It is commonly known that the LGBTQ+ community within Singapore lacks a number of rights compared to its non-LGBT residents.This comes as a shock for some as Singapore is an extremely developed and safe country. However its attitude towards homosexual men truly questions how liberal (or conservative) the Singapore government and community is.
Homosexual activity between men in Singapore has been illegal since 1938; Section 377A of the Penal Code of Singapore is the main remaining piece of legislation which criminalises sex between consenting adult men. Imprisonment is used as punishment and offenders can be penalised for up to to 2 years.
According to a study carried out by Equalled in 2013, nearly 73% of Singaporeans are against the marriage of homosexuals. Yes, although those affiliated with religion may use this as a reason for their beliefs, over 65% of the study identified as non-religious. For such an advanced country, why are its residents against broadening its acceptance of others?
The answer can be found in a statement given by the Prime Minister Lee Hsien Loong, in response to a question posed to him by the journalist Antonio Velaquez during the 7th ASEAN Journalists Visit Programme. When asked if Singapore was ready for same sex marriage, the current PM of Singapore denied the question because “the society is still conservative, although it is changing gradually.”
Thus, the government continues to wrongly shame the LGBT community and ignore claims of discrimination. There are no laws that currently exist specifically protecting LGBT Singaporeans from discrimination in the workplace, housing or any other relevant areas. Previous attempts claim damages for alleged discriminatory conduct in such fields have been dismissed in Singaporean courts. This is a major issue as it strips LGBT of its basic right, the freedom of discrimination.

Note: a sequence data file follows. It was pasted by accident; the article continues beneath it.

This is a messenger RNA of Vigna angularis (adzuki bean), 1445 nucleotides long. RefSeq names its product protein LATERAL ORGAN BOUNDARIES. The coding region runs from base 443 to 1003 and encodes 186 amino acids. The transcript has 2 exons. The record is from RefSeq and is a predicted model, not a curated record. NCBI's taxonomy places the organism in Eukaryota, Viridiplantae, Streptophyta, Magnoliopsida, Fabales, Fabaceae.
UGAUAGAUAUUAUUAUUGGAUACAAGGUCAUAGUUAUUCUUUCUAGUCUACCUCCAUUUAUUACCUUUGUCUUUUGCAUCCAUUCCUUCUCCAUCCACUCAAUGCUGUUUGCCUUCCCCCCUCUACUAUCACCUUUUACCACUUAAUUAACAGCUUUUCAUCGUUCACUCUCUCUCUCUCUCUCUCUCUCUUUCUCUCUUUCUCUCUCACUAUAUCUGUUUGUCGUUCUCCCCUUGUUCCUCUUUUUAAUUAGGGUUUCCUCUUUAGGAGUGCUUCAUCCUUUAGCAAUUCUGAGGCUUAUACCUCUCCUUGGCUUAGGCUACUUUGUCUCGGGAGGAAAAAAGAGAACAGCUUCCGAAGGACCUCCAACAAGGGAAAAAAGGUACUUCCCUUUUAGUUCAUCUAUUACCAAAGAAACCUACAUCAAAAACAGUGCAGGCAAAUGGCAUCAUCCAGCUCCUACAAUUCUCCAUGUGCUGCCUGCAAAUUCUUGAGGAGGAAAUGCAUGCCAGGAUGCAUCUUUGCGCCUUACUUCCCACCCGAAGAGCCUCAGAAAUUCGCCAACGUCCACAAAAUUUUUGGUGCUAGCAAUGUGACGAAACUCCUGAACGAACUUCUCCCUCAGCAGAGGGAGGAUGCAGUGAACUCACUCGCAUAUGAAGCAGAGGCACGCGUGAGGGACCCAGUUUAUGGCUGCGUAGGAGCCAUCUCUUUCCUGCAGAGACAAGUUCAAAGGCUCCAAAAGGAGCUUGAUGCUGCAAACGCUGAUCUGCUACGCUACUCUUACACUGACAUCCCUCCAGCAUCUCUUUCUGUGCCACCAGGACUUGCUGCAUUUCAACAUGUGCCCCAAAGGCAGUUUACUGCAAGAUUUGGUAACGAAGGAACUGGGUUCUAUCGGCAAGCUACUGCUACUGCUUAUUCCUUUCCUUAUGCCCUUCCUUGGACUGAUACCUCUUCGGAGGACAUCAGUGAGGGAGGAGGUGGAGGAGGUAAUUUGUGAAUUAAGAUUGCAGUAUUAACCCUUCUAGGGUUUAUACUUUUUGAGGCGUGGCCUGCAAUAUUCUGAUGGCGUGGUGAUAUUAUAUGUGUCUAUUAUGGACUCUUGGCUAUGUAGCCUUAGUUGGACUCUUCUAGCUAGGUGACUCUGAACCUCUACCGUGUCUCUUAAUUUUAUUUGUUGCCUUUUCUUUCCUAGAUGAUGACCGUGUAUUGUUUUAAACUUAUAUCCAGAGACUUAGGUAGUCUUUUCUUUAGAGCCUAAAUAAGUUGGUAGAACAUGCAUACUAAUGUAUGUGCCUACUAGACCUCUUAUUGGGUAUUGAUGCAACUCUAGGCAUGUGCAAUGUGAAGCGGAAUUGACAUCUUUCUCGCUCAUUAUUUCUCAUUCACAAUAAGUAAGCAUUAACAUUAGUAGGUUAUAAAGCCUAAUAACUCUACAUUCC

Instead the government focuses on attempting to ‘transform’ the LGBT people of Singapore.
In January 2006 the Ministry of Community Development, Youth and Sports (MCYS) granted SGD$100,000 to Liberty League, an organisation affiliated with the ex-gay movement (an effort to change people from being gay to being straight). The organisation says it "promotes gender and sexual health for the individual, family and society”. The organisation itself has been deemed as extremely unethical and shows how far the government will go in order to suppress the ideology of LGBT freedom.
The countries parades are also suppressed; while gay pride parades are huge events elsewhere, Pink Dot, Singapore’s main event supporting the LGBT community in Singapore, has come under increasing restrictions in the tightly controlled city-state. It remains confined to a tiny park despite its exponential growth due to the governments strictly conservative beliefs.
The wrongful treatment of the LGBT community in Singapore has remained since its British colonization, nearly 200 years ago. However, with an upcoming and accepting generation that challenges the barriers of society's constructs, the issue has been recently brought to light. In order to avoid stagnating it's vastly developing society, the Singapore government and people will need to learn to recognise and accept its growing LGBT community.